The year was 1950, and the city of Milwaukee had tried everything to get their hands on a professional baseball team. But after several failed attempts at landing an expansion franchise, and being repeatedly rebuked by Major League Baseball teams looking to relocate, city council decided to go ahead and build a multi-purpose sports stadium anyway, even without the guarantee that an MLB team would play there.
Meanwhile, up in Boston, the Boston Braves were facing dwindling attendance numbers, and found themselves no longer able to compete with their crosstown rivals, the Red Sox. So in 1953, when construction finished on Milwaukee County Stadium , the city offered Braves owner Lou Perini a deak he couldn’t turn down — come to Milwaukee and play in our stadium, rent-free. The Braves left Boston, and in the process, ushered in the era of publicly-funded stadiums.
On this week’s episode of Schtick to Sports, the GSC panel looks at the recent boom in stadium construction, what led to taxpayers sinking over 6.7 billion into stadium projects since 2000, and whether or not there’s any value in publicly subsidizing billionaire playgrounds.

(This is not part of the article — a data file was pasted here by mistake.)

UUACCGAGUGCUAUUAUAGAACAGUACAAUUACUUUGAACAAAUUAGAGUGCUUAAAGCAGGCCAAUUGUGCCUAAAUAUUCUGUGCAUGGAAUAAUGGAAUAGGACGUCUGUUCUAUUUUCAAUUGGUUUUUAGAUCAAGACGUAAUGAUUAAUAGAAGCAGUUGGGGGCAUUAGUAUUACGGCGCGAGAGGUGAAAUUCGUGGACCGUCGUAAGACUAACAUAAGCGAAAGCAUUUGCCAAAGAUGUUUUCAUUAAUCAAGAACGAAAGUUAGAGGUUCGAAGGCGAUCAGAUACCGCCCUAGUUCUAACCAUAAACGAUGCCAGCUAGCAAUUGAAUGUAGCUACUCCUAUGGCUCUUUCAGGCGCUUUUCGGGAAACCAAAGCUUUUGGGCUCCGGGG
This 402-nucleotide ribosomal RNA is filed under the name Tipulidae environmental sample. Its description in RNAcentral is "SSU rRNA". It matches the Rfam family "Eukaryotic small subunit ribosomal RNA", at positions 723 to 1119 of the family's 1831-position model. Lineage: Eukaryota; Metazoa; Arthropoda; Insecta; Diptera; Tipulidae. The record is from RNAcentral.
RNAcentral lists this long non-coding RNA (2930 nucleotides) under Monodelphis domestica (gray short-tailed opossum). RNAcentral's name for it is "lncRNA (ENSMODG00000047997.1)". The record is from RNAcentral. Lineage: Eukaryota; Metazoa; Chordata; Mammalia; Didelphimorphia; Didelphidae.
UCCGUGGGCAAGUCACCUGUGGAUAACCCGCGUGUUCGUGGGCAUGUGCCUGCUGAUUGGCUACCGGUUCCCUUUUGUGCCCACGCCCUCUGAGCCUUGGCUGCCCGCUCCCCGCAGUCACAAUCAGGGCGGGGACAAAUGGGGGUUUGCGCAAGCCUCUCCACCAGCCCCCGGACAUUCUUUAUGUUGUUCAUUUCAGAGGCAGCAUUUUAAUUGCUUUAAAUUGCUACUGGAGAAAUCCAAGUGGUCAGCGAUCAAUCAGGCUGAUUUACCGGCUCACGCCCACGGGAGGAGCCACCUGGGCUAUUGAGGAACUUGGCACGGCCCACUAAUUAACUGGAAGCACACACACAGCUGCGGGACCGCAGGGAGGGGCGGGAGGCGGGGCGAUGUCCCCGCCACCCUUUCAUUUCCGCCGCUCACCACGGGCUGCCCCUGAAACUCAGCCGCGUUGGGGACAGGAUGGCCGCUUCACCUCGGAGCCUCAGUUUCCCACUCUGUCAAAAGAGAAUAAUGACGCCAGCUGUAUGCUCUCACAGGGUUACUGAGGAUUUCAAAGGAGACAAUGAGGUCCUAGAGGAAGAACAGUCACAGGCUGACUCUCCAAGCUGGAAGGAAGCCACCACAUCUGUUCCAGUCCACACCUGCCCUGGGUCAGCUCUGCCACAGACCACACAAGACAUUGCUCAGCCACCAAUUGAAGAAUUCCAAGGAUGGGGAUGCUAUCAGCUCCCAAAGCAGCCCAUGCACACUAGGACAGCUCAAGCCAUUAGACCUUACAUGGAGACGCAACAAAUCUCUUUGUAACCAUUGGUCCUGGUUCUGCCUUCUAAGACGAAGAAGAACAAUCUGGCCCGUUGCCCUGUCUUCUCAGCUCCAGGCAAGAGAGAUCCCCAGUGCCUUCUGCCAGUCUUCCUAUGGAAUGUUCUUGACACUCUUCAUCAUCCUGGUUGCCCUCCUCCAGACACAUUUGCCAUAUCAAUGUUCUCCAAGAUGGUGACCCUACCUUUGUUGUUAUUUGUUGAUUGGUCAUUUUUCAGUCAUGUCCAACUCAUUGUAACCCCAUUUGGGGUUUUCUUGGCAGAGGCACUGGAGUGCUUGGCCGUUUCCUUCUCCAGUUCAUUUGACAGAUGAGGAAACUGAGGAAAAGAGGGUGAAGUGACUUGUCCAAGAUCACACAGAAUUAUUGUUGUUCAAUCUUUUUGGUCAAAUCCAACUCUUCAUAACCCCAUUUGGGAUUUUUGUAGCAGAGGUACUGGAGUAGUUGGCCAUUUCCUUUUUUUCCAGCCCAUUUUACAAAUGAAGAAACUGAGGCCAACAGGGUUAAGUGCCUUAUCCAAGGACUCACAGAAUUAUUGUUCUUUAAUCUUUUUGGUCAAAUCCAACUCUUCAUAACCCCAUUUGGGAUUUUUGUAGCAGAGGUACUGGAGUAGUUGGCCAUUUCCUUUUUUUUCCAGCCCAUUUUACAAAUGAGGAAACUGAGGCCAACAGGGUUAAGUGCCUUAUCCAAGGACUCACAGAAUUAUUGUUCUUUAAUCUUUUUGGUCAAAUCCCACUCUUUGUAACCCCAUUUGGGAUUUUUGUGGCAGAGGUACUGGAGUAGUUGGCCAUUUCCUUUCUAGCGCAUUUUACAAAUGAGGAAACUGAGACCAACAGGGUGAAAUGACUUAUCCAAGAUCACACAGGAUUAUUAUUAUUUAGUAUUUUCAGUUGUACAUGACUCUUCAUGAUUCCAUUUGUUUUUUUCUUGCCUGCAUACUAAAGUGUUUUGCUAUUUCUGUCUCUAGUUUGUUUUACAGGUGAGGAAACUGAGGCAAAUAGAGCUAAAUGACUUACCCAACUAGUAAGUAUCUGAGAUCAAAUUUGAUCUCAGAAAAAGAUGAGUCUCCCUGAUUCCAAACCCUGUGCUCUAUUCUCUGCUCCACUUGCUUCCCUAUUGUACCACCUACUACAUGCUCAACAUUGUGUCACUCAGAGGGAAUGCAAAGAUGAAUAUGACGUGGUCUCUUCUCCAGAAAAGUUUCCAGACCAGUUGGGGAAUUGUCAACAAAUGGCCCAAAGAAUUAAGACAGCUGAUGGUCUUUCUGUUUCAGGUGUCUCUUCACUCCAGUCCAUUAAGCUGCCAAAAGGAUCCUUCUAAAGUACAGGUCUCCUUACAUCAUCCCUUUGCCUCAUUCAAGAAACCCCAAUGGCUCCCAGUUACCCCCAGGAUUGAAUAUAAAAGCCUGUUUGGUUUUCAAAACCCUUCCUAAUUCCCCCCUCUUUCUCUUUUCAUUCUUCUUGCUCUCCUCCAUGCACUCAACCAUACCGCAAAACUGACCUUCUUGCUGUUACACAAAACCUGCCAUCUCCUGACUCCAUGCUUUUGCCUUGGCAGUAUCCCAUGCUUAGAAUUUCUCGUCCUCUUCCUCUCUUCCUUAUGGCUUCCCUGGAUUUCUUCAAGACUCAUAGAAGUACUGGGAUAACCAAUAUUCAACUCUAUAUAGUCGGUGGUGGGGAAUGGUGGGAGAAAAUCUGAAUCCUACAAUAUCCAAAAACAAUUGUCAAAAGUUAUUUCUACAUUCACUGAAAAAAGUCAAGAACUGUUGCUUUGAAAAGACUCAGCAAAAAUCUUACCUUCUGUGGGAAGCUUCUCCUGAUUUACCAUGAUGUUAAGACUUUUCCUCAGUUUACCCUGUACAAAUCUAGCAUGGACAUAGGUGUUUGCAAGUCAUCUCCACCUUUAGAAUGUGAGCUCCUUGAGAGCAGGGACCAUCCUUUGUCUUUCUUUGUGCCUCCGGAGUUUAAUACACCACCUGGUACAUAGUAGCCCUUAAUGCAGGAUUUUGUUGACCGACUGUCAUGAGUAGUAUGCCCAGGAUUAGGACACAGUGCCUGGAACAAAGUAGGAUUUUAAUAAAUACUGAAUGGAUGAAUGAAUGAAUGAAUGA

- What is the process for teams to secure public funding for new stadiums?
- What is causing the boom in stadium construction over the last two decades?
- What are some of the looming battles over publicly-funded stadiums?
- Several studies have shown that publicly-funded stadiums rarely bring-in the economic benefits that they claim. How do sports teams keep getting away with this sales pitch?
- What are some of the worst examples of teams using public-funding to build their stadiums?
- What should cities be looking for when they’re negotiating with teams over new stadium deals?
- “With NFL Rams gone, St. Louis still stuck with stadium debt.” Reuters.
- “Publicly Financed Sports Stadiums Are A Game That Taxpayers Lose.”Forbes.
- “Why the federal government should stop spending billions on private sports stadiums.” The Brookings Institute.
- “Taxpayers have spent a staggering amount of money on NFL stadiums in the last 20 years.” Fox Sports.
- “Marlins claim to be based in Virgin Islands to avoid legal battle with city.”Miami New Times.
- “Inside the fiery battle for a new arena for the Calgary Flames.” The Globe and Mail.